The (knockoff) Pyxis arrives, making this Eddie's last day at the hospital. Gloria promises to help him find something, but is distracted by Victor! Garber!, a grumpy film critic who comes in with a broken elbow and whom Zoey misdoses right into a coma. She's off the floor and in major trouble, and of course Jackie shoulders some blame, too. Especially since Gloria falls in love with him at first sight, as any sane person would.
Fitch Cooper breaks up with that girl Melissa, having decided he's in love with Jackie for the moment. He shakes Zoey down for advice about Jackie, but of course Zoey doesn't know the first thing about Jackie, because nobody does. Finally plying her with pink roses and gum, he nearly causes her to go insane and murder him... But instead she just takes the flowers home to her girls.
After she nearly kills Victor! Garber!, Mo-Mo and Thor take Zoey out to a late lunch and counsel her about her shambles of a career, and she finally makes the connection to Thor's intense gayness, which results in a lot of feelings-eating for Zoey. Less in love, with Jackie or anybody else: Grace, who has felt the sting of her mother's social dysfunction one too many times after a headbutting session with the lady from the parish gets them thrown out of dance class.
Eddie shows Jackie how to reset the pill dispenser's memory, thinking they can be together now. Of course, that's not happening, and he follows her to Queens in what he thinks is a romantic fashion, only to find her in the arms of her loving husband and daughters! Who have just bought her an expensive new wedding ring! One episode left, in which I'm sure Jackie will find some way to pull the entire borough down around her ears.
Grace is sitting at the bar wrapping up Jackie's finger for the day, while Fiona next to her fiddles with the bandages. Grace shines like the sun, helping her mom and her sister. Fiona nearly spills the beans about her errand with Kevin -- going to a jewelry store to buy a replacement wedding ring -- but everybody stops her in time. The clouds gather over Grace's head, but Jackie nods. "It's hard to keep a secret," she says; she should know. She takes off with Grace for tap class, and after they're gone Fiona protests that she wasn't really going to tell. "Yes you were," Kevin says indulgently, and she grins. "I know." He laughs.
At tap class Kaitlyn's mom, the former homecoming queen, is trying to jumpstart a casual boilerplate conversation about how she wants another baby, don't you miss babies, because that's what moms talk about. But the thing that makes Jackie the way she is, the original ingredient that sets her and Zoey apart, is that she has no interest in doing what people do just because they do it: she flatly tells the woman she doesn't miss babies at all. The wheels of social interaction grind a little bit, unlubricated, but Jackie was always weird, and then class starts.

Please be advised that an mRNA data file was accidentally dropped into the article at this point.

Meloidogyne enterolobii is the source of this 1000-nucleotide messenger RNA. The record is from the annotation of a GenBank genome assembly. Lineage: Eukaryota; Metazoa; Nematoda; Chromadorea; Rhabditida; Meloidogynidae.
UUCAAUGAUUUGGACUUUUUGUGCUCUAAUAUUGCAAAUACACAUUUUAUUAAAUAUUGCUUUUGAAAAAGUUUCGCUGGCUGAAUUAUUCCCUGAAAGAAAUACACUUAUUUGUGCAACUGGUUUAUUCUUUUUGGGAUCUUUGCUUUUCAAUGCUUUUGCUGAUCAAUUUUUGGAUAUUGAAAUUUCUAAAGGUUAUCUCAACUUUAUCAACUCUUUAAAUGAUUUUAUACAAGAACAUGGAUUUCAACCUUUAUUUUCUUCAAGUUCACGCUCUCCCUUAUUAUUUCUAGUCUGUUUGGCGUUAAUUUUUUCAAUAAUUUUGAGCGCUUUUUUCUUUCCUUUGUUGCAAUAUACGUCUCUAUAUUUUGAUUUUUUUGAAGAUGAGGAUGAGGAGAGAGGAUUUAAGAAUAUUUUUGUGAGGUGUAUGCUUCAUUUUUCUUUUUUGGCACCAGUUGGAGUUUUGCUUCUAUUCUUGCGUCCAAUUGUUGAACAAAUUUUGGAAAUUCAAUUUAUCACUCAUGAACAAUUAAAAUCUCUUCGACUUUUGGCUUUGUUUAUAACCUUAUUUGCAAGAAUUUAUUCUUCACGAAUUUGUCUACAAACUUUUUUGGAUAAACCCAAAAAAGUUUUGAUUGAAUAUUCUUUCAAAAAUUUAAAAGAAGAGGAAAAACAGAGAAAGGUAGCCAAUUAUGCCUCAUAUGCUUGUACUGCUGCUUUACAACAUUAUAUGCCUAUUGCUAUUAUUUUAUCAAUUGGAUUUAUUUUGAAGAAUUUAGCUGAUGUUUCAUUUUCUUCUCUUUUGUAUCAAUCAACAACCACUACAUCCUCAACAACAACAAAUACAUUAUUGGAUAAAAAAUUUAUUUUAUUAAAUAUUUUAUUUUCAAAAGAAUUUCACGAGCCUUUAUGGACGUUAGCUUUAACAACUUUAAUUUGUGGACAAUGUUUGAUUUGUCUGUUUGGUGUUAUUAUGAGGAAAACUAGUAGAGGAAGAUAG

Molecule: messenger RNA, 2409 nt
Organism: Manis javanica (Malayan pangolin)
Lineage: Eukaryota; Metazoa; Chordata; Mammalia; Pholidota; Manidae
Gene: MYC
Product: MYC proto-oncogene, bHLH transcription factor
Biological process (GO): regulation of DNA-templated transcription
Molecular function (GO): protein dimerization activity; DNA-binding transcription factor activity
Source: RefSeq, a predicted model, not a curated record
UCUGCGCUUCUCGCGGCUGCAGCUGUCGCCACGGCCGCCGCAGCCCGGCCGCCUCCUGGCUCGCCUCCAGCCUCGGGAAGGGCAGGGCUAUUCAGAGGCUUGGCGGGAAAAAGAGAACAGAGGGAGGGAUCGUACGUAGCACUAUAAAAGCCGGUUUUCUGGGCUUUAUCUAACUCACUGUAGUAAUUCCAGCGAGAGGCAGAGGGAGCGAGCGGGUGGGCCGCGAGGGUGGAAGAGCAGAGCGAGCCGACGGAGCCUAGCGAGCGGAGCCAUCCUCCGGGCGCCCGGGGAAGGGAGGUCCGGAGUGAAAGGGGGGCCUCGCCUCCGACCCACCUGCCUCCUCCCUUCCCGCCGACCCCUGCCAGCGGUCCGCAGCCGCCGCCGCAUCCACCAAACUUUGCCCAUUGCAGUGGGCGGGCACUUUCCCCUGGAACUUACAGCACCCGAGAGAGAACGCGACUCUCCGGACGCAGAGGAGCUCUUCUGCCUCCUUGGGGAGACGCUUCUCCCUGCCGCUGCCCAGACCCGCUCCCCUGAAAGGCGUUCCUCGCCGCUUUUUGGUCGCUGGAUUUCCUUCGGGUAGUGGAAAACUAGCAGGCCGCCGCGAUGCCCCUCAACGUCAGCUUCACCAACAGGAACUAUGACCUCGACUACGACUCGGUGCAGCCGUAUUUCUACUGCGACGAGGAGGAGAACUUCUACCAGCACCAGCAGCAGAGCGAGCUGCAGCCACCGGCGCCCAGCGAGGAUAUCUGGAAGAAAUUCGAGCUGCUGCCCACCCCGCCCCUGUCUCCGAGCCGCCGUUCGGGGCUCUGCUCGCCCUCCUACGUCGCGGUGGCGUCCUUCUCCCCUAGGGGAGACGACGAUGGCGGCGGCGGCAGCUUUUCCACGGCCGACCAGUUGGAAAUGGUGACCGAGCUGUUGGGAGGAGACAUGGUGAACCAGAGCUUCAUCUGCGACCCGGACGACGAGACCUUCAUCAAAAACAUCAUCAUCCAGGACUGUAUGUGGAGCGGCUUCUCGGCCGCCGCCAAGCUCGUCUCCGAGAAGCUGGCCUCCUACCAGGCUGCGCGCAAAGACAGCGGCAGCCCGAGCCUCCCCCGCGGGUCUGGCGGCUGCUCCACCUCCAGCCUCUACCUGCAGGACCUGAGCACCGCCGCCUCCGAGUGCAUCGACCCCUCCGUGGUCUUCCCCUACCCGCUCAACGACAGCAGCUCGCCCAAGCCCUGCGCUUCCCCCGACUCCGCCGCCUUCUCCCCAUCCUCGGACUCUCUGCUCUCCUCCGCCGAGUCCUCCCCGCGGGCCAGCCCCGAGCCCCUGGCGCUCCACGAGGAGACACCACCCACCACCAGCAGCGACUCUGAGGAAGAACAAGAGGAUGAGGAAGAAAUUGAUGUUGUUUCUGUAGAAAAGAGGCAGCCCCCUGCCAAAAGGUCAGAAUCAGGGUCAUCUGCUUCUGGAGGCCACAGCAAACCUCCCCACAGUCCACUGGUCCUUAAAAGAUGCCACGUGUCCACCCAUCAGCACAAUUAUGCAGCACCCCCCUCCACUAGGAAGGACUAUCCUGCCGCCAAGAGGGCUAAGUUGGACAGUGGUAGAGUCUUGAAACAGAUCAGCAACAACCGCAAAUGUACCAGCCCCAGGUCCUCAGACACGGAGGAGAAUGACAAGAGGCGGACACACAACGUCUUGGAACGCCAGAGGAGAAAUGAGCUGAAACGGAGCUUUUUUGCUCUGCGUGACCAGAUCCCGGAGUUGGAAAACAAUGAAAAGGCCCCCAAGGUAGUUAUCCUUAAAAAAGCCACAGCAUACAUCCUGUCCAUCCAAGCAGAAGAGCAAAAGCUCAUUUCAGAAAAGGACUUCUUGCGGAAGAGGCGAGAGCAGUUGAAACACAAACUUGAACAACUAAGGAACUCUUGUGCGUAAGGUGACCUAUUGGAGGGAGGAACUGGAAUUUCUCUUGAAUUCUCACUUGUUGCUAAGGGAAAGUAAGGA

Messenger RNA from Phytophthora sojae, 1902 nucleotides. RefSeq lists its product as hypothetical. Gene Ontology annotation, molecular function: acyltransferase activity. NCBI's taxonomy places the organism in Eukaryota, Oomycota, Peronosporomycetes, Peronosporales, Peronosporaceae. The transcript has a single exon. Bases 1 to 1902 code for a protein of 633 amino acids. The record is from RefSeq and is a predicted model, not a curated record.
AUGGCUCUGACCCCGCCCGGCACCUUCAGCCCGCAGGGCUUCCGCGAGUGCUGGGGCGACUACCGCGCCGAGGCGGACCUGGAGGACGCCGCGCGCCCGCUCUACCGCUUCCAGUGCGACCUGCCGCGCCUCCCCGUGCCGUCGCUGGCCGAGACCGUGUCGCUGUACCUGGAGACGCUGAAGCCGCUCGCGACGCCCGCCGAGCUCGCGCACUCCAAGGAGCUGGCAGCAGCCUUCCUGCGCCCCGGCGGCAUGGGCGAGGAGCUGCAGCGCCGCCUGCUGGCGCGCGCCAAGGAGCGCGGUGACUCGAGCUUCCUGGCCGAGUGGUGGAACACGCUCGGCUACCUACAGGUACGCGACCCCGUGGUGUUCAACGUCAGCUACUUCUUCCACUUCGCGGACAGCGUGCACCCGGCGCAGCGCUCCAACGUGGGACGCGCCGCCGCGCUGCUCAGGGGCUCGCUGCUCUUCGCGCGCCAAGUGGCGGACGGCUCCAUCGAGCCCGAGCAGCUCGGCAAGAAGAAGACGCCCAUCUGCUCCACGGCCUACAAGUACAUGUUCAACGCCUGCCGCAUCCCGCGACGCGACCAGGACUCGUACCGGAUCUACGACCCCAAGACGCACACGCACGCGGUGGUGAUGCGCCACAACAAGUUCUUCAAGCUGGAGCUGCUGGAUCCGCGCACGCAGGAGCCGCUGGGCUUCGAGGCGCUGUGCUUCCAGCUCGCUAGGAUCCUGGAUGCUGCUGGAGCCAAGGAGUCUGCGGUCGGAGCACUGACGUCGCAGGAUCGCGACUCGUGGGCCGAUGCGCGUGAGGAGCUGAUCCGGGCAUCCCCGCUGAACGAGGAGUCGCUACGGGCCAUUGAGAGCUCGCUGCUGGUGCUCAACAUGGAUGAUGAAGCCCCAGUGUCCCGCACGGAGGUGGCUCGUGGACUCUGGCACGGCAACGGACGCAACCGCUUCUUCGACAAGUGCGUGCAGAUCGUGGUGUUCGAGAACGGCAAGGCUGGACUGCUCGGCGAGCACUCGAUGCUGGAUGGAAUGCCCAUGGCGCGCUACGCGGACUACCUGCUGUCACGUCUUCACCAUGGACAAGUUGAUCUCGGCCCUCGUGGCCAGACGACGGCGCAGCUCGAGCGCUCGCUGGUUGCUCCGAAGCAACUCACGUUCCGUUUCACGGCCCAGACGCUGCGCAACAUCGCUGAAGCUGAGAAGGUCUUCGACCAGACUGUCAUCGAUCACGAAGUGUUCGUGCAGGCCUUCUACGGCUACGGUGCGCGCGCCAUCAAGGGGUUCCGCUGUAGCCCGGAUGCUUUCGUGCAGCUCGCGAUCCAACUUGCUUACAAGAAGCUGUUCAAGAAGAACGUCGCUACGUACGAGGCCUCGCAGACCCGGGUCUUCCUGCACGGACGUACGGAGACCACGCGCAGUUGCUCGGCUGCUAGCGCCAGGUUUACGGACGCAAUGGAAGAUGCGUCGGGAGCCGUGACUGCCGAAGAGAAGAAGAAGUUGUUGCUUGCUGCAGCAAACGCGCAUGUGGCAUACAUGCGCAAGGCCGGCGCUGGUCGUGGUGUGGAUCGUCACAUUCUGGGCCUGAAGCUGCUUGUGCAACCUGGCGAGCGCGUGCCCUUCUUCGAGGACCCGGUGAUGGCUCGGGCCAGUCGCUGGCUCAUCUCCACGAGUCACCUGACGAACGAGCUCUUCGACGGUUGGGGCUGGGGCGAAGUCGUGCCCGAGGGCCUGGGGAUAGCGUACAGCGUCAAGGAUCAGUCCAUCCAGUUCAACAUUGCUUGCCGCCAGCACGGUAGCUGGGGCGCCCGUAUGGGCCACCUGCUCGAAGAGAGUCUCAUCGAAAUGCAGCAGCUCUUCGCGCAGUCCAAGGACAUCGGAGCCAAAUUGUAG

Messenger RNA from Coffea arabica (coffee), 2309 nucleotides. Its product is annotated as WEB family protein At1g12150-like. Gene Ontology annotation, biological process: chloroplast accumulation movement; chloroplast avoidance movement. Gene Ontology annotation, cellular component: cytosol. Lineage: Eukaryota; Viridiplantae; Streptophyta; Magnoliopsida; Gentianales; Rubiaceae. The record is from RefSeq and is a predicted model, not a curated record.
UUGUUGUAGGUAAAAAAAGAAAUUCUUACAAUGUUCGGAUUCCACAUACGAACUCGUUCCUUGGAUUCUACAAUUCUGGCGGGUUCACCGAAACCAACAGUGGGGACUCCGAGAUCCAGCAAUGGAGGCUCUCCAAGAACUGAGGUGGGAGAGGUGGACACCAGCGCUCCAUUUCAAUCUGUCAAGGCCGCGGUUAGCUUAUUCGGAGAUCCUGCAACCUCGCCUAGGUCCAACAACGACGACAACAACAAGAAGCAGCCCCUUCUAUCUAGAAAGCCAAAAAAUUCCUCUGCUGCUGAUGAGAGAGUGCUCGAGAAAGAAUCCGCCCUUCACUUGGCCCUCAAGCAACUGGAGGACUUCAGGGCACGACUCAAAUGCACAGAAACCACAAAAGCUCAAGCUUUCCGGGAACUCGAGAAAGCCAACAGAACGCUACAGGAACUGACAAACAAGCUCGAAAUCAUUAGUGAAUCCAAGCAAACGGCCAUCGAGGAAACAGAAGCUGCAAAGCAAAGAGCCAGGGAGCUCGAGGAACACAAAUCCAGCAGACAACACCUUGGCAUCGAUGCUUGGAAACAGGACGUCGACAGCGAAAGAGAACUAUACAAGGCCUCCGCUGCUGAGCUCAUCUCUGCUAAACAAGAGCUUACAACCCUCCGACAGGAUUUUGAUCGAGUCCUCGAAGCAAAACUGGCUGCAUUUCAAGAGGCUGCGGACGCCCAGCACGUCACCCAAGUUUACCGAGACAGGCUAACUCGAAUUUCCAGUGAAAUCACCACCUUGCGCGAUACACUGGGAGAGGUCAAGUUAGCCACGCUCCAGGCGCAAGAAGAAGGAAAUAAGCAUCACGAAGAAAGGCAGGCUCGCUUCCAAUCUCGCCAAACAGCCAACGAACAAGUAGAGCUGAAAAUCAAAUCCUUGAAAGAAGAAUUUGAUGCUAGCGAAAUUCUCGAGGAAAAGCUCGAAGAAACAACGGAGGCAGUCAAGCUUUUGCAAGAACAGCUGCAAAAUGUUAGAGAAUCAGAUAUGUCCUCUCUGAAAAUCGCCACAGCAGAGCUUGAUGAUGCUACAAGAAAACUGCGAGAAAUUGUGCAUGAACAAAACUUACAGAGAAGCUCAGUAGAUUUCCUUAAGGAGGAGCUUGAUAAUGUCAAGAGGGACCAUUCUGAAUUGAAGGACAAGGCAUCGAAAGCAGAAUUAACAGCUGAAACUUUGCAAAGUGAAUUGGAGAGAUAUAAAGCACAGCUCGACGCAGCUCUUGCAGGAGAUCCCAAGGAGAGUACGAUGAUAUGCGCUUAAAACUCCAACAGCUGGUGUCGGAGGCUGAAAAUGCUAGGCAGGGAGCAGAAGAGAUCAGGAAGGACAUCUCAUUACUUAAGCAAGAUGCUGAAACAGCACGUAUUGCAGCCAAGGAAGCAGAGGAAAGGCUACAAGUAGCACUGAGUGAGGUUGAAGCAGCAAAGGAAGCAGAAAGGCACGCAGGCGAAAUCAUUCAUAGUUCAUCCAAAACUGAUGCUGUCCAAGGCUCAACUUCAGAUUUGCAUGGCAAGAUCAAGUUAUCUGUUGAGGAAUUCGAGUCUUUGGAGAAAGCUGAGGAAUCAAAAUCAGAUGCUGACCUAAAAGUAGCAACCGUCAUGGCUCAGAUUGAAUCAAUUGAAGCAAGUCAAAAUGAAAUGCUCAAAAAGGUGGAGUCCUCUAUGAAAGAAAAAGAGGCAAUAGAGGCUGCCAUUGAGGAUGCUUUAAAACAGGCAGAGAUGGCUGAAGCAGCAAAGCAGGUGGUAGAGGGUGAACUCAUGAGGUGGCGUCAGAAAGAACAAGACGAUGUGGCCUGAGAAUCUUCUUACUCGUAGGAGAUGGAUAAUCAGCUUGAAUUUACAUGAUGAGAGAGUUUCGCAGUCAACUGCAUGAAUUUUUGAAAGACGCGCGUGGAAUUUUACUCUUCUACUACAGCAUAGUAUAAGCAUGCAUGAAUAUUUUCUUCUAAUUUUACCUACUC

Grace is into it, still timid as usual, but paying her usual furrowed-brow attention, and not moving fast enough to the side that Kaitlyn doesn't bump into her a few times. Neither of the girls are worried about it, none of the other moms would notice, but to Jackie: that's other people in your space. That's an invasion. She asks Kaitlyn to spread out and stop crowding her a few times, but there's nothing really to be done: Grace moves slow, and Kaitlyn doesn't care. Her mother is no help, because her mother knows something Jackie's about to learn for the first time: "The steps travel, that's how it goes. If she's not moving..."
The first ring Fiona picks out, from the not-too-unctuous jewelry store guy, is a bit much. After all, he says, Jackie's not that fancy. "Yes she is!" Fiona yells, because fancy is awesome, and Kevin agrees with her, while silently shaking his head at the man, dramatically, to demonstrate just how radically unfancy his wife actually is. The hair alone! Fiona then decides they should get many rings, and Kevin talks her down to one, that they both love. Fiona asks if it's for Jackie's broken finger, which is a larger question than either of them understand, and she holds it up, in the light. It is just fancy enough.